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How to Get Out-of-State Interviews

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Summary: Learn how to increase your chances of getting out-of-state interviews in this article.


Question: My graduation date is on the horizon, and I’ve been searching for positions around the country. I live in Florida and have found that an abundance of the jobs I’m interested in are located in cities outside of Florida, such as Chicago, Philadelphia, and Atlanta. Although I understand the simplicity of sending resumes to these employers, I’m curious as to employers’ perspectives on hiring out-of-state graduates. Can you please offer some tips as to how I should approach this issue?

Answer: The ease with which you can secure an out-of-state position depends on a variety of factors, including your marketability. If you’re in a high-demand field, with the right credentials, you shouldn’t have any problem getting potential employers to pick up your travel costs for interviews and cover relocation expenses if hired.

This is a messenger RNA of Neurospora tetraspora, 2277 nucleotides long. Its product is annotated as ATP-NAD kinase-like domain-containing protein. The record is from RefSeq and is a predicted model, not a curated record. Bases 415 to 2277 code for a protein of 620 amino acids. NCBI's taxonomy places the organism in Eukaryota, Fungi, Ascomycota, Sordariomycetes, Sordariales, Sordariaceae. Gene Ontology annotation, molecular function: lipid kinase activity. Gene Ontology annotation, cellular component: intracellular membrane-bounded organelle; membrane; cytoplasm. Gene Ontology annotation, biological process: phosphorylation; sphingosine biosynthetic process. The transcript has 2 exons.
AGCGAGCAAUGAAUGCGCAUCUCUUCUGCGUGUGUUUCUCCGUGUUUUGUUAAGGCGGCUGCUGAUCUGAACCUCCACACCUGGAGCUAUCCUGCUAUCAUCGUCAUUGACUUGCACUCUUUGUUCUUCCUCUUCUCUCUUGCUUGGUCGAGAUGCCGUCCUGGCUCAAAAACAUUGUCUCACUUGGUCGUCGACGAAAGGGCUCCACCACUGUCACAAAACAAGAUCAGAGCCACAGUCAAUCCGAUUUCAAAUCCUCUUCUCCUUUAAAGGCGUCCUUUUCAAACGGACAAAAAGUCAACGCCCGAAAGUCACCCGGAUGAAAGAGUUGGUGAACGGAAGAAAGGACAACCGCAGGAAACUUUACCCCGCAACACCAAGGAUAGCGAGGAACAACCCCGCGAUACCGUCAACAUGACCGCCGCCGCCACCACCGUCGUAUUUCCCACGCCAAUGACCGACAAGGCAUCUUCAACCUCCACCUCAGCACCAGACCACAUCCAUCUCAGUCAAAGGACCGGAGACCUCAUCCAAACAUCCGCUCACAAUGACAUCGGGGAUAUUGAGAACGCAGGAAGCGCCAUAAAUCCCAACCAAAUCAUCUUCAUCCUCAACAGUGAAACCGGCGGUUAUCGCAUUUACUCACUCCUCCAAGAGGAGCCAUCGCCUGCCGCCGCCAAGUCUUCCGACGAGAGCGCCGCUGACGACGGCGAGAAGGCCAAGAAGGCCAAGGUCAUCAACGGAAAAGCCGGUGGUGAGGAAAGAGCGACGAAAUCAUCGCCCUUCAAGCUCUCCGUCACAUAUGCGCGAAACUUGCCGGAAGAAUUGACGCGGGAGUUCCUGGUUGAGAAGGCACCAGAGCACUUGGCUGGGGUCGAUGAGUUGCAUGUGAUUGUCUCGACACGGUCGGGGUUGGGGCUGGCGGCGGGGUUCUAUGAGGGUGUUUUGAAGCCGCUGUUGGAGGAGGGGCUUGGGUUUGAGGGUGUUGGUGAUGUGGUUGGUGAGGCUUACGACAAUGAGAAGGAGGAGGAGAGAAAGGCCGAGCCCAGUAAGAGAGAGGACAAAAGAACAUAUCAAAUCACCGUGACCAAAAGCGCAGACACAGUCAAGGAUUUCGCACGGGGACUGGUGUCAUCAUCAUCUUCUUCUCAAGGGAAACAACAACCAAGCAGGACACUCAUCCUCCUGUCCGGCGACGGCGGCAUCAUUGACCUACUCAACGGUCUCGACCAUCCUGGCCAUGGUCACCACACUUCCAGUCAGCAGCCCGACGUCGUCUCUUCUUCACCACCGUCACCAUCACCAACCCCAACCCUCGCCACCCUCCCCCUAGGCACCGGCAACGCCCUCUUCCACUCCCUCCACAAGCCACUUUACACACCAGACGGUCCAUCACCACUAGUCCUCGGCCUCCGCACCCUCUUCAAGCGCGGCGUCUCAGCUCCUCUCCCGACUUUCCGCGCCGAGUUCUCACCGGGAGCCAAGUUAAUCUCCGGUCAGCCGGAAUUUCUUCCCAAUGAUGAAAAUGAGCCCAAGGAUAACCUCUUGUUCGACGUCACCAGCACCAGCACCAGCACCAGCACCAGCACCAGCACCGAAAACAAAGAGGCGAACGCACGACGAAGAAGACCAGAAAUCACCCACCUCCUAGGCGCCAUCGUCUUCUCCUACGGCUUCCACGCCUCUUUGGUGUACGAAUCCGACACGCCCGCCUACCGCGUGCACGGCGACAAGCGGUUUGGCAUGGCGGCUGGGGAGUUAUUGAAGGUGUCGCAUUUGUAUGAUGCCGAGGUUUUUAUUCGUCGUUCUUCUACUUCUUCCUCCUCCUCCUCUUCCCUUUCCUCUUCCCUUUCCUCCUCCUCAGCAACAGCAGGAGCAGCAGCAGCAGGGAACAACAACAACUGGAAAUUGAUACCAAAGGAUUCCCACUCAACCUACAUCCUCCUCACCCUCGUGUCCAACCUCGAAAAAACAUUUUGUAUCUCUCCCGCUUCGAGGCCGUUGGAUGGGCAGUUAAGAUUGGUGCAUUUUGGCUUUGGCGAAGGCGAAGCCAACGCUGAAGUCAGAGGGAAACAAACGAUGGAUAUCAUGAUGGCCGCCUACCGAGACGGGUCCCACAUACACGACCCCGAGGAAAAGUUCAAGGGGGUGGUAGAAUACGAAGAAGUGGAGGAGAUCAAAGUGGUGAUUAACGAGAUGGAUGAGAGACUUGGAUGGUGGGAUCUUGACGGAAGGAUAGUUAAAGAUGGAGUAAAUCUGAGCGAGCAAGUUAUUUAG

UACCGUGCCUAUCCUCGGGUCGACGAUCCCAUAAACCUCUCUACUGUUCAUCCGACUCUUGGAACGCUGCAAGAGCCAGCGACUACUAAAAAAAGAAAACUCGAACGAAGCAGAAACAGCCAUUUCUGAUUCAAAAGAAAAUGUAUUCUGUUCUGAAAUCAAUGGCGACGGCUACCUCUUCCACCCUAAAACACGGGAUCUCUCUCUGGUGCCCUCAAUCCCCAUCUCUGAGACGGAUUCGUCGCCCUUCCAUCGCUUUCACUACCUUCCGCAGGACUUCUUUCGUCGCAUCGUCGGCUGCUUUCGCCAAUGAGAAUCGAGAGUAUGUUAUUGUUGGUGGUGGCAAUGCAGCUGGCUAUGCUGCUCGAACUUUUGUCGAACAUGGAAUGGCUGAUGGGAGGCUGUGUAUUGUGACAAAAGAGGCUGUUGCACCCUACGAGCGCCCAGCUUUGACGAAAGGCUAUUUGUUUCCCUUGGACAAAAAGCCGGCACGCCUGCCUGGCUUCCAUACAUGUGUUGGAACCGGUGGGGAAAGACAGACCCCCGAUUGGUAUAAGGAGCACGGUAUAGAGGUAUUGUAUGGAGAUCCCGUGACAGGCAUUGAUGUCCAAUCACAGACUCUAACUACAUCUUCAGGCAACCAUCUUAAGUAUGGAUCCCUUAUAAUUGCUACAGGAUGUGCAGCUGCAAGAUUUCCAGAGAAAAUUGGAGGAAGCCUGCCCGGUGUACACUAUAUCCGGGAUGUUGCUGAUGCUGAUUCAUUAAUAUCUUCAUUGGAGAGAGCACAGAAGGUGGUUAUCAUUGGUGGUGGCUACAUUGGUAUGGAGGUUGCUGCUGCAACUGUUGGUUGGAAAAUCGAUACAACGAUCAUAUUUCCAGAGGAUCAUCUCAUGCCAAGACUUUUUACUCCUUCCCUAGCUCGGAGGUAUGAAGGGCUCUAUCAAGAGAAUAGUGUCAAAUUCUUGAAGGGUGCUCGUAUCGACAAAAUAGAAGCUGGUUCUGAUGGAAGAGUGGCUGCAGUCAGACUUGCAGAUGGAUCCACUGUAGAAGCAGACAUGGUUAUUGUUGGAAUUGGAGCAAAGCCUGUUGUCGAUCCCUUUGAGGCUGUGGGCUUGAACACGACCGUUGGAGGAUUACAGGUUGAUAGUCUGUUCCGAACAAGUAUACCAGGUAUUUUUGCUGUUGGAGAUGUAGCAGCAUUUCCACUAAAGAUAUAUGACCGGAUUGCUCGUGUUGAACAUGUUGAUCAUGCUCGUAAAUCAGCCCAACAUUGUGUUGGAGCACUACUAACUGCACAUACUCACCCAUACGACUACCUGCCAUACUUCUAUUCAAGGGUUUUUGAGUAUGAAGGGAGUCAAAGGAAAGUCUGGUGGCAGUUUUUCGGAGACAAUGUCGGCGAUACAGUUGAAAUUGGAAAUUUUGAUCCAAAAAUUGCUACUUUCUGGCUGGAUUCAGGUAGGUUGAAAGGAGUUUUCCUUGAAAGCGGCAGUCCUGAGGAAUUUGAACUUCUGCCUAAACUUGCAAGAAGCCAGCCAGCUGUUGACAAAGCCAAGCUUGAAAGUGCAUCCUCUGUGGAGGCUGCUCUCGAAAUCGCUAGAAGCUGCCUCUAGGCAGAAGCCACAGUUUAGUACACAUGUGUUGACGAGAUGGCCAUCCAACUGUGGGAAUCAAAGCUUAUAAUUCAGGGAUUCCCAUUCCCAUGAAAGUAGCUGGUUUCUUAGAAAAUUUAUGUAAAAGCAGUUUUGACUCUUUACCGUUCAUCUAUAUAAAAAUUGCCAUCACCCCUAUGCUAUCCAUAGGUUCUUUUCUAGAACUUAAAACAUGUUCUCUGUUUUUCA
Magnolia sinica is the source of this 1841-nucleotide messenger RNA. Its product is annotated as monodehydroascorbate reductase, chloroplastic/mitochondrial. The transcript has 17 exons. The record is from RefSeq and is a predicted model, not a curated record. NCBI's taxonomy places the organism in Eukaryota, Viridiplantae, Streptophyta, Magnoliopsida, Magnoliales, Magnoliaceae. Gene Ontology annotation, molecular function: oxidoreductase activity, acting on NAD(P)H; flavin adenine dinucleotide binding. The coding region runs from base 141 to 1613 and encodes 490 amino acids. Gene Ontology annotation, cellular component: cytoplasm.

Finding a position in a lower-demand field will require a more creative approach. If you have a preference for a specific city that both interests you and has the kind of positions you are targeting, do your homework and consider moving to that location to conduct your search from there.

In any event, the following tips should increase your chances of conducting a successful long-distance job search campaign:

  • Put together an excellent marketing package: impressive resume, targeted cover letters and a portfolio, if relevant.
  • In your cover letter, always state unequivocally that you are moving to that city. This will help to dispel concerns that you may be mass mailing and not serious about relocating to that specific locale.
  • Take advantage of the internet to get to know your target cities and employers in great detail that in the past would have only been available by being there.
  • Use family, friends, alumni of your college and any other potential contacts to gain useful information and to start a network in your destination city.
  • Join a national professional association in your field and contact the local chapters in the cities you’re considering for information and leads.
  • At the very least, plan at least one visit to each target city, at your own expense if necessary, and set up interviews with employers of interest.
How to Get Out-of-State Interviews by
Authored by: Andrew Ostler

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